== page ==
Louisville Metro Government offers Sharia-compliant small business loans for Muslim residents
Many traditional U.S. bank loans are not accessible to Muslims who follow Sharia. Louisville Metro Government is adding a new method to pay off loans through the city’s small business loan program that will comply with Islamic law.
Farhan Abdi, the executive director of the Somali Community of Louisville, said Muslims in the city who follow Sharia have struggled to obtain loans that are religiously permissible.
Under Islamic law, collecting or paying interest is forbidden. That means most American loan programs are inaccessible to many Muslims.
The majority of Somali immigrants in Louisville are Muslim, and according to Abdi, many are business owners as well. He said Muslim-owned small businesses struggle without more access to capital, and when COVID-19 hit, he saw many shutter their doors.
“I was terrified to see our small businesses closing,” Abdi said. “And that's when I started talking to the Office of Globalization, now called the Office of Immigrant Affairs.”
Three years later, Louisville Metro Government announced an optional modification to the city’s small business loan program, Metropolitan Business Development Corporation, or METCO. Rather than pay interest, recipients can pay a service fee over the life of their loan that equals what the interest would have been.
Amos Izerimana, the director of the Office for Immigrant Affairs, said the system was relatively simple to set up and expands accessibility for Muslim residents.
“It lends to really celebrating the diversity of faith that we have in our community, so that everyone has equitable access to the services and programs that the city has to offer,” Izerimana said.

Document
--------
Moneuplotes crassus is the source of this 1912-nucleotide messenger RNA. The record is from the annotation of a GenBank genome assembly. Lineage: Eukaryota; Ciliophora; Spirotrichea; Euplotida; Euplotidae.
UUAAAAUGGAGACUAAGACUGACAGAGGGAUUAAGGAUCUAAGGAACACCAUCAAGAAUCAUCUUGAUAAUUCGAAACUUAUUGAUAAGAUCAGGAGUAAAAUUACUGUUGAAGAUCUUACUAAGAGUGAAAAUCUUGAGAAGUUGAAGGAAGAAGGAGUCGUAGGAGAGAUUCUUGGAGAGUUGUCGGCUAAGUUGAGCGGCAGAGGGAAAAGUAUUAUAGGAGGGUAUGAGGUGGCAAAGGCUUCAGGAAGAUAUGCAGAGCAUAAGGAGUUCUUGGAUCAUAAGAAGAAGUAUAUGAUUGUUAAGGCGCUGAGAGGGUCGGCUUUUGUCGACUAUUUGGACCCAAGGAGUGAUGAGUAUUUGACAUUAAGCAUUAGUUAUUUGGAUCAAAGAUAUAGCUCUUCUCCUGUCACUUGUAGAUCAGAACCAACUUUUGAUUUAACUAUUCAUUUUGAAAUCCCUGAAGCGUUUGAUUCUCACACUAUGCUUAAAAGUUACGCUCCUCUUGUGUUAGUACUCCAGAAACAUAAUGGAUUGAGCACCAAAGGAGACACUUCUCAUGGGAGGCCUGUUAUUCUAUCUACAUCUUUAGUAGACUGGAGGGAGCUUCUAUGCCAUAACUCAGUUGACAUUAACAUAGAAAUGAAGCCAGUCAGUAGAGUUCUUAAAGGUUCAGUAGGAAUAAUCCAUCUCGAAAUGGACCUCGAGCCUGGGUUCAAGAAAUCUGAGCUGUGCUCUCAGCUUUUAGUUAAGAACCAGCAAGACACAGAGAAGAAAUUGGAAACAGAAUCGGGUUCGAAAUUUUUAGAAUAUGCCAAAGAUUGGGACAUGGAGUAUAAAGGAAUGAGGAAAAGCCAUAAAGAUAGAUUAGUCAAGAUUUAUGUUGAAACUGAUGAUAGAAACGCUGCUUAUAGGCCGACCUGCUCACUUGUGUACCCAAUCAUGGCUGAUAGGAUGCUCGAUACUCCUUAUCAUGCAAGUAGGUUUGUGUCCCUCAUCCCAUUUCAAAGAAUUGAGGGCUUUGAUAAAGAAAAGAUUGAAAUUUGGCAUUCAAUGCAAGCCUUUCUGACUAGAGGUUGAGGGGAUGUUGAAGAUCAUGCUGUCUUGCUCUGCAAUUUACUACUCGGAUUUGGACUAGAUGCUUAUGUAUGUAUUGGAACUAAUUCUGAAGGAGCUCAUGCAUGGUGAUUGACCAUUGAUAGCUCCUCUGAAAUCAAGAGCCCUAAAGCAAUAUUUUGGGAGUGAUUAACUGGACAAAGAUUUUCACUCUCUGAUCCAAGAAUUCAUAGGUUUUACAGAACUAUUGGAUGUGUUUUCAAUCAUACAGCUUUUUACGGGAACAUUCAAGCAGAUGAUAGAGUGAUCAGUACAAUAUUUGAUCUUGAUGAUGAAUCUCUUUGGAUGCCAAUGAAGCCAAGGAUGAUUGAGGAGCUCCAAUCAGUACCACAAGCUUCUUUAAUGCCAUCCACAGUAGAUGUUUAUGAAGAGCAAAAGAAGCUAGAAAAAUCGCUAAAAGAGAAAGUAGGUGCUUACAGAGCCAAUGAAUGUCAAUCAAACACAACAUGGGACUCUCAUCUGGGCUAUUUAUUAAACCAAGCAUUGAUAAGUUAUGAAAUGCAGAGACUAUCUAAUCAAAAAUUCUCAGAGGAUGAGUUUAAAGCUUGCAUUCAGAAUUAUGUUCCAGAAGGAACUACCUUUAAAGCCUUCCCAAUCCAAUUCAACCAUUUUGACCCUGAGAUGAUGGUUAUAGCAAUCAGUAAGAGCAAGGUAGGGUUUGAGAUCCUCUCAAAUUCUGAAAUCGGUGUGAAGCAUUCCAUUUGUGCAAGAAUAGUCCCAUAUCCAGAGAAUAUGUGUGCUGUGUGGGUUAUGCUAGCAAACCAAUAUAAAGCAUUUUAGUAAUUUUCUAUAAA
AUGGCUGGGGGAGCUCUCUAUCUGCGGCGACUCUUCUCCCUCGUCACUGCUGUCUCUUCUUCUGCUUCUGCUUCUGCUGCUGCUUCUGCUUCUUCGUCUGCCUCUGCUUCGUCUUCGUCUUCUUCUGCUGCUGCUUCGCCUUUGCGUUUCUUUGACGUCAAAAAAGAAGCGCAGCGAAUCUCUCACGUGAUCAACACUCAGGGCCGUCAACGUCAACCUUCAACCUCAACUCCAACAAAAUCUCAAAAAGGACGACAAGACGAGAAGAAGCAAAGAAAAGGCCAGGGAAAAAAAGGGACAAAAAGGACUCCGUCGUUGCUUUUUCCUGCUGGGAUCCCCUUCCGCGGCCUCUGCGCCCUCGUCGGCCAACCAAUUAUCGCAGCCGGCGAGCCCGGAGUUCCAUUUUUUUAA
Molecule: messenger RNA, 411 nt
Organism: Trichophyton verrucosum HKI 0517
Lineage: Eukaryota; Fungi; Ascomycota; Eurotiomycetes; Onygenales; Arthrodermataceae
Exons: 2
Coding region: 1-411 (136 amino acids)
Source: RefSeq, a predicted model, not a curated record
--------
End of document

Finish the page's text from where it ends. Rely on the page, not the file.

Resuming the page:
Izerimana said the modification will be available to everyone, not just Muslim recipients. It’s currently available for three METCO programs: small business start up/expansion loans, project gap loans, and the business accelerator.
Officials consulted with experts of Islamic law and community members to ensure the modification was fully in compliance and would serve the needs of the community. Abdi, who was one of the advisors, said he’s already begun receiving emails from people interested in applying for the Sharia-compliant alternative.
“[The city is] creating a big market for Muslim communities, where they will have an opportunity now,” Abdi said. “I'm getting so many calls, people asking me, ‘Where can I find this loan?’”
Some Louisville nonprofits, including Jewish Family and Career Services and LHOME, already offer microloans that are Sharia-compliant. But Abdi said they weren’t always for large enough amounts.
Abdi said he knew some families who felt they had to leave Louisville because it did not have inclusive options for Muslim business owners, but he hopes changes like METCO’s will encourage new businesses and bring more families to the city.
Izerimana said the same problem also exists for mortgages and personal loans. He has spoken with various local banks about offering a Sharia-compliant option.